As the NHS faces massive gaps in general practice, hundreds of GPs are being willingly recruited from India in order to plug the hole.
This decision is intended to help meet the government pledge to add 5,000 family doctors to the UK stock by the end of the decade.
With this aim in mind, Health Education England, the non-departmental body of the Department of Health responsible for NHS training, has signed a “memorandum of understanding” with a major hospital chain in India.
Apollo Hospitals will transfer as many as 400 general practitioners to England, but the details are still under discussion according to government sources.
“These are initial discussions but we look forward to announcing the outcomes of this work over the coming months and years as it progresses,” a spokesperson from Apollo hospitals commented.
The move to recruit more doctors from the Asian subcontinent follows a statement from doctors’ leaders which indicates that general practice is in crisis and that the sector is nearing saturation point.
Workloads increased by 16% over the last seven years as family doctors in England deal with more frequent and longer consultations.
Meanwhile, the rate of GPs has decreased, at least according to a major study that was published in the Lancet just last month.
Despite the pledge of the Conservative party to increase the stock of doctors in the UK by 5,000, it seems that the Health Secretary Jeremy Hunt will ultimately struggle to meet this aim.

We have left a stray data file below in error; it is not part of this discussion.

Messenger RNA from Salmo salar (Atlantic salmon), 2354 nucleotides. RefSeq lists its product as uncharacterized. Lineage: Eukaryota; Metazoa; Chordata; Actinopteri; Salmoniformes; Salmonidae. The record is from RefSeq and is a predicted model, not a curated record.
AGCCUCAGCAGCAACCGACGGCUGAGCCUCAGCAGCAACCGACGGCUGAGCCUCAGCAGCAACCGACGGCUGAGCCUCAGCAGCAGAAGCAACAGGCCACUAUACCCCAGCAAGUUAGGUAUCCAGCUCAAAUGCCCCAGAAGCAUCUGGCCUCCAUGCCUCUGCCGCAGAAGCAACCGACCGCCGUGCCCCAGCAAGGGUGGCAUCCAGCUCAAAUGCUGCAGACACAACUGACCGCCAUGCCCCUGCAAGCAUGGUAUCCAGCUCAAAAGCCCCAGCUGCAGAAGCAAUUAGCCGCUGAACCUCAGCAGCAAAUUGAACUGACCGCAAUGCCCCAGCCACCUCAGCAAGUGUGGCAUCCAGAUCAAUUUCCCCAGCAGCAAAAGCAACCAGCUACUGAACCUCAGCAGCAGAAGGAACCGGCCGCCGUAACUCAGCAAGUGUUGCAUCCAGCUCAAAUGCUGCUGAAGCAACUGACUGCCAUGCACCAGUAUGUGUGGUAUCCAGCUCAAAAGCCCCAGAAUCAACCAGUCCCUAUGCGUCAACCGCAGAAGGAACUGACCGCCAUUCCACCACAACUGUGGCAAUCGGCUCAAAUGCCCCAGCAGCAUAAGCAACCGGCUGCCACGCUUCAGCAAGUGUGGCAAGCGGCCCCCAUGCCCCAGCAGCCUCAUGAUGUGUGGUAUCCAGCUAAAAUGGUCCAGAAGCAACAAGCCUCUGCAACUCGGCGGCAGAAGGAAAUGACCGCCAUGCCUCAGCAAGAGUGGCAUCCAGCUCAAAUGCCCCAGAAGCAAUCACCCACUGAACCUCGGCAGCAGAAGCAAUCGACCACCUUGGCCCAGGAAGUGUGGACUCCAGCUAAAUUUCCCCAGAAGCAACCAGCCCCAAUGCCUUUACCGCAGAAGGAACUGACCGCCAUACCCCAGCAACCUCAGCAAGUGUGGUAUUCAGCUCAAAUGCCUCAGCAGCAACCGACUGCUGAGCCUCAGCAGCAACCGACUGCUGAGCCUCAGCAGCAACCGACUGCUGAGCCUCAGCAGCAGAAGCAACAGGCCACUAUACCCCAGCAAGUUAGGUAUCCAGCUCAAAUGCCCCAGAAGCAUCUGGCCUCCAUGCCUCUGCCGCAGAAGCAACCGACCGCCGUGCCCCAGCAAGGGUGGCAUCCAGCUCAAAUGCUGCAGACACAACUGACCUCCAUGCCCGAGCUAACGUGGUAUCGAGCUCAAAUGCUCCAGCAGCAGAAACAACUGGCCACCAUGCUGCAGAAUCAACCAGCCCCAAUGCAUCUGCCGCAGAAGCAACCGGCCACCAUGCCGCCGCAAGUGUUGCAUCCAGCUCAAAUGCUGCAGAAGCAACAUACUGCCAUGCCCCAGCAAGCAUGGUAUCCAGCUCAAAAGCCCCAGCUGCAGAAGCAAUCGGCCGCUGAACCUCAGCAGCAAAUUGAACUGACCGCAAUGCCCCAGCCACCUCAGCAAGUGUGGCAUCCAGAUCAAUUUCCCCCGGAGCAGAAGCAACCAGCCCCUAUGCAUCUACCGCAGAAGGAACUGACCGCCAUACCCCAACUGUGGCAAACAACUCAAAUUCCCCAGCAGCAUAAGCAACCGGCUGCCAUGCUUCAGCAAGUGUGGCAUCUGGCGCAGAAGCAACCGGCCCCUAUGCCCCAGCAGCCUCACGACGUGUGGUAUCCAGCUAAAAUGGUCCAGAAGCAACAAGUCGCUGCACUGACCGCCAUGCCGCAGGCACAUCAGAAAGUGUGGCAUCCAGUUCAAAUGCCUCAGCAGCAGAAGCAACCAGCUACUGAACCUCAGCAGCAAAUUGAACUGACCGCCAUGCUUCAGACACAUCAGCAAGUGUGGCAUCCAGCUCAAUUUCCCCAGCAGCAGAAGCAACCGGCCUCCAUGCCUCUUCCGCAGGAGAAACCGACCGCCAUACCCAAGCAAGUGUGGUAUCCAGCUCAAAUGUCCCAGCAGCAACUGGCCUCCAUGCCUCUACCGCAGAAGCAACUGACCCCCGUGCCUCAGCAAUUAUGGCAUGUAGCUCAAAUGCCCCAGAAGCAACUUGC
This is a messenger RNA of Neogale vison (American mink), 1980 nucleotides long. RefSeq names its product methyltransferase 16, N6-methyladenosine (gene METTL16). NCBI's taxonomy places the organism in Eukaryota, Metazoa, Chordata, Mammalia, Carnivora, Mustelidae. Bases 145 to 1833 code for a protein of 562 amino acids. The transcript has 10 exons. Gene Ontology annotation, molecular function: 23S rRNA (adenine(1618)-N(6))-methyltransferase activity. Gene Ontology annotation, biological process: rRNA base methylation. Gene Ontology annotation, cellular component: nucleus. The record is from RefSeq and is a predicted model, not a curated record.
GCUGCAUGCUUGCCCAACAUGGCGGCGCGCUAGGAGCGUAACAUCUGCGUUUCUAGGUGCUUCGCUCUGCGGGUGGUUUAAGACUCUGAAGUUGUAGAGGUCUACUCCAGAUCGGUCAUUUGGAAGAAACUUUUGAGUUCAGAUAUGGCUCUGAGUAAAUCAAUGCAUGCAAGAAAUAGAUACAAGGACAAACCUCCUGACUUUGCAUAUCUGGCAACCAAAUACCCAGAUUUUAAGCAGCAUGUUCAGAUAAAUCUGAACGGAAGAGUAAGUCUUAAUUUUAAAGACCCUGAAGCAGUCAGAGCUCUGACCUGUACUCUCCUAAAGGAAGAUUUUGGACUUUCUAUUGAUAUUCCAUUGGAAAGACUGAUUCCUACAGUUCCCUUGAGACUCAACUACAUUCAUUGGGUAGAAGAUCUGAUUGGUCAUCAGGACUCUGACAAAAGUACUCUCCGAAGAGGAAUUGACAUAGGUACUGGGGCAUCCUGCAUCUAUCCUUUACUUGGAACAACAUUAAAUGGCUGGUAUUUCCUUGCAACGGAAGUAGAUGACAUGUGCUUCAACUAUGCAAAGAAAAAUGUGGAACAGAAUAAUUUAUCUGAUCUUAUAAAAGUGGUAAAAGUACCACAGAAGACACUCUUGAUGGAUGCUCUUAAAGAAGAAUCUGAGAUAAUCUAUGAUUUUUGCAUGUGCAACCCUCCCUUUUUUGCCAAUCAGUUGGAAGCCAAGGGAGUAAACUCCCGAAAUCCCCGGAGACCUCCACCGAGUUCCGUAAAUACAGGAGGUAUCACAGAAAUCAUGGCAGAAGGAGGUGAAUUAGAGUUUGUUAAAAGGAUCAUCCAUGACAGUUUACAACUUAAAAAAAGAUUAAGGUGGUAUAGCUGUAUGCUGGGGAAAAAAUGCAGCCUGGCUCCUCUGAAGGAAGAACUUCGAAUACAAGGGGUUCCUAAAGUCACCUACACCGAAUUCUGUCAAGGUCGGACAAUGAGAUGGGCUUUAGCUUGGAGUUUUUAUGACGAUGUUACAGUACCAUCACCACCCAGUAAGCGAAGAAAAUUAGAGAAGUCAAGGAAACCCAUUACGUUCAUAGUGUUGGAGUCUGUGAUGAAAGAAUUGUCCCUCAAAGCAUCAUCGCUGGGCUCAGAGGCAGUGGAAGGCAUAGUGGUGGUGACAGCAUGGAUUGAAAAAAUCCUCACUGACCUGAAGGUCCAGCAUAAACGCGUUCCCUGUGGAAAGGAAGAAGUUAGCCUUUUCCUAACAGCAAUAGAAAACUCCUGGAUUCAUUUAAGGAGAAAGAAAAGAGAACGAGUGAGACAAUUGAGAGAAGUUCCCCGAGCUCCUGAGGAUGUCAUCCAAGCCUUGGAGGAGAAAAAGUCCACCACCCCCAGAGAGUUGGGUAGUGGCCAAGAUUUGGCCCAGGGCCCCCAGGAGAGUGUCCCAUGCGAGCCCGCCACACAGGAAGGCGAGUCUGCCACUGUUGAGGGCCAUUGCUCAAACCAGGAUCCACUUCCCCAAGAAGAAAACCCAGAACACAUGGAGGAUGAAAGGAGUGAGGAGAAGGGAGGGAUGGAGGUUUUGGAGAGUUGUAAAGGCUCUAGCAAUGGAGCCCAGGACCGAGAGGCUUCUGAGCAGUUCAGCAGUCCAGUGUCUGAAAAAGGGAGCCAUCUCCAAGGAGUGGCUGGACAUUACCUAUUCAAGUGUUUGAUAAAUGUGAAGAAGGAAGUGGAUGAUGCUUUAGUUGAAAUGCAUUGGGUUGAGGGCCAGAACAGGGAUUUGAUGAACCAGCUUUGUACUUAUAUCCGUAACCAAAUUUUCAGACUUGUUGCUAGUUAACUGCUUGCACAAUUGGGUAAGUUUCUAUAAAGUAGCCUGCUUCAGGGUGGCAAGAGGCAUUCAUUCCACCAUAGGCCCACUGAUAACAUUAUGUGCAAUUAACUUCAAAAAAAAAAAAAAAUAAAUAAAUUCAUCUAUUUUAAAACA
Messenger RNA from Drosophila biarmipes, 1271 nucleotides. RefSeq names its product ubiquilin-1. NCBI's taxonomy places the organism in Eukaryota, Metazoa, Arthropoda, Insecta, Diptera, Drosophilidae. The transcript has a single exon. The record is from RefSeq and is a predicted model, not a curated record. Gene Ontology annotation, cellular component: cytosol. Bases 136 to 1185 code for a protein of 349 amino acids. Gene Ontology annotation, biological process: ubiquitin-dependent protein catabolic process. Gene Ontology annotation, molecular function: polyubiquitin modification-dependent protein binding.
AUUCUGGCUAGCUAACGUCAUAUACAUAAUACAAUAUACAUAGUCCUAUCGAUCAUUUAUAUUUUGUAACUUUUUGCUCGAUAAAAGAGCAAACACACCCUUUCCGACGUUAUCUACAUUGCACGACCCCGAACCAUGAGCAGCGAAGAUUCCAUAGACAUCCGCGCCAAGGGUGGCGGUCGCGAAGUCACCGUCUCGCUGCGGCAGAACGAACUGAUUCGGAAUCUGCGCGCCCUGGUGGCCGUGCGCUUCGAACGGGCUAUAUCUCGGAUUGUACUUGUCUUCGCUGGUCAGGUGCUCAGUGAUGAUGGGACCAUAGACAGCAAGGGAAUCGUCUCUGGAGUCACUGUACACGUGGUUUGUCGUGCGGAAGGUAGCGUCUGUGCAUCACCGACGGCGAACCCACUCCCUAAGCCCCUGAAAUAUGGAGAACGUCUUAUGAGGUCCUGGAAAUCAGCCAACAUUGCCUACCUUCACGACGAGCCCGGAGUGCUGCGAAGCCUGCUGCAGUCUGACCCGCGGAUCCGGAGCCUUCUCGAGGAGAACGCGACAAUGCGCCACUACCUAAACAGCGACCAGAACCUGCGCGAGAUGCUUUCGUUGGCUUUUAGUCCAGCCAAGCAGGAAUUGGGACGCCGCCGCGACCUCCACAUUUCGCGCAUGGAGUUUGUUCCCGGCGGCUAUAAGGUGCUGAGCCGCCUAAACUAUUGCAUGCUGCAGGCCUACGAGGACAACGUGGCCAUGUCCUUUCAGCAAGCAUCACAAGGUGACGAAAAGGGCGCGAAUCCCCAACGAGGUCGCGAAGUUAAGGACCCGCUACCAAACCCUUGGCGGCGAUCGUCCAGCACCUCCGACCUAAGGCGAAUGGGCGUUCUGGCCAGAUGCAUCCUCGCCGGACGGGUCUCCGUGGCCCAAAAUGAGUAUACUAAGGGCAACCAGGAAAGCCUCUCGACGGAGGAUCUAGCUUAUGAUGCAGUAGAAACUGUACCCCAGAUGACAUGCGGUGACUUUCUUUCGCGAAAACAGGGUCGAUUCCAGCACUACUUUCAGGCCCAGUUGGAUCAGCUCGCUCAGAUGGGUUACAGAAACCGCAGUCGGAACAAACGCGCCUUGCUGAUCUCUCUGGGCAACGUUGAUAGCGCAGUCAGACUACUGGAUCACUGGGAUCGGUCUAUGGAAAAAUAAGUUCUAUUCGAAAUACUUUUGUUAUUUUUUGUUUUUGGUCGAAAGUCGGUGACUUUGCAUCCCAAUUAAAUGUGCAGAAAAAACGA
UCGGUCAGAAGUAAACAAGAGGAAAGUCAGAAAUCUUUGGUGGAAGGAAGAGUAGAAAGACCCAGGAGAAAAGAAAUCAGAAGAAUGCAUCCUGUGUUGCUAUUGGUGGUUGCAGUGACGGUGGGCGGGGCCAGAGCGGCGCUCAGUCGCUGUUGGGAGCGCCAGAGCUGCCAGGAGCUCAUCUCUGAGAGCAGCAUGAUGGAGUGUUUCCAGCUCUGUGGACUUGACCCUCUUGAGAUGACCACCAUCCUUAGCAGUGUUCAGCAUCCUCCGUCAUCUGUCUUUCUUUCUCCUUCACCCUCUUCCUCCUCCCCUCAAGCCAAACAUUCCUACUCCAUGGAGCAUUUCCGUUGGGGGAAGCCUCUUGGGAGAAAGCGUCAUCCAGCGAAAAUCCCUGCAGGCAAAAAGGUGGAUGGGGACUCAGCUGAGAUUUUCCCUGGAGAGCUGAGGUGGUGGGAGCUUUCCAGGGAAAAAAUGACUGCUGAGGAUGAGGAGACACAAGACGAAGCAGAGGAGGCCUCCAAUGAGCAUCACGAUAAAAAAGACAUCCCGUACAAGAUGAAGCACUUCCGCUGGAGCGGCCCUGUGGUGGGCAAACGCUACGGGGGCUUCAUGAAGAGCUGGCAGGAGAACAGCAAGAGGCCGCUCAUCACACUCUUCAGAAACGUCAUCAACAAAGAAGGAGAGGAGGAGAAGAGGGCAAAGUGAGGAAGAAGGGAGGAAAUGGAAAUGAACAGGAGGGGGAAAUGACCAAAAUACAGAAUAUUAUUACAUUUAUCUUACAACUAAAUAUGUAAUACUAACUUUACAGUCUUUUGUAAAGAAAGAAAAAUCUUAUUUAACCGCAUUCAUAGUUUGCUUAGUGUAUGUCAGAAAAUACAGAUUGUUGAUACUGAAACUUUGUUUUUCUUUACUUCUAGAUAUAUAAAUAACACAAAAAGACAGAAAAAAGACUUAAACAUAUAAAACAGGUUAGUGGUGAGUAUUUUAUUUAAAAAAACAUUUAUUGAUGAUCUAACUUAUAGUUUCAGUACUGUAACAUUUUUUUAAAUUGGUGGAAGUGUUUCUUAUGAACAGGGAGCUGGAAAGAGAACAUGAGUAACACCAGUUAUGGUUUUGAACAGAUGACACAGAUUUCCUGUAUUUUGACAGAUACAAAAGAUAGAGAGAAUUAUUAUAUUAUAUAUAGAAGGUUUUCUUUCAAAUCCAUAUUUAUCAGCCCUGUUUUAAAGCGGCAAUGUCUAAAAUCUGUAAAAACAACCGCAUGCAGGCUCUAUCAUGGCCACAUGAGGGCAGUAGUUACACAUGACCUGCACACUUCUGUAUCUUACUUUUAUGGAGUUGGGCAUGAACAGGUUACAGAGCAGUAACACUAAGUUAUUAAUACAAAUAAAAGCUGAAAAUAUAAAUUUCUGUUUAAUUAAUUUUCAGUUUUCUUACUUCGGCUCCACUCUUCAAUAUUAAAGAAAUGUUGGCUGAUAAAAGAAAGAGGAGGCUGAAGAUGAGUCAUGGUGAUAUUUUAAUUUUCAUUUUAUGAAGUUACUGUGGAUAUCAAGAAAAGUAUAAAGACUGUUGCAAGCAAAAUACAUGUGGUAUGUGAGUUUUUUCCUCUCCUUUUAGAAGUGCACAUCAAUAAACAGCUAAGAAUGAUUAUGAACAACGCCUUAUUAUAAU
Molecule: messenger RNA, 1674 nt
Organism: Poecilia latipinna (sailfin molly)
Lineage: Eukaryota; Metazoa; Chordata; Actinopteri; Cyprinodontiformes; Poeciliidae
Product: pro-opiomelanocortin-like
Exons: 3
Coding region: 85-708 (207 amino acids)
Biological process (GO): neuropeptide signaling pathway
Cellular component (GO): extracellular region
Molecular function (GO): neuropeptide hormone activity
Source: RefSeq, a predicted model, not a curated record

Dr Umesh Prabhu, former chair and current member of the British International Doctors Association executive committee and a consultant paediatrician in Wigan, has stated that recruiting doctors from India sets a dangerous precedent, and it is a policy that the government should be avoiding.
“These doctors are not trained to be GPs in the UK and my biggest worry is around vulnerable patients, such as child abuse. Their training is entirely different. I have concerns for the doctors’ safety and the patients’ safety.”
Dr Maureen Baker, Chair of the Royal College of General Practitioners, indicated that any doctors arriving from outside the EU would have to pass the GMC’s Professional Linguistic and Assessments Board test.
“Any suggestions that they will simply be ‘parachuted in’ to practise in the UK is grossly misleading. The RCGP has had a longstanding partnership with Apollo Medvarsity in India, and we accredit their Diploma in Family Medicine – but this recognises excellence in family medicine at an International level. It is not a shortcut to becoming a GP in the UK,” Baker commented.
Yet the level of understaffing in the NHS is such that even this drastic recruitment policy may be insufficient.
Experts have asserted that even if 10,000 new doctors were found overnight that the NHS would still be unable to deal with existing demand.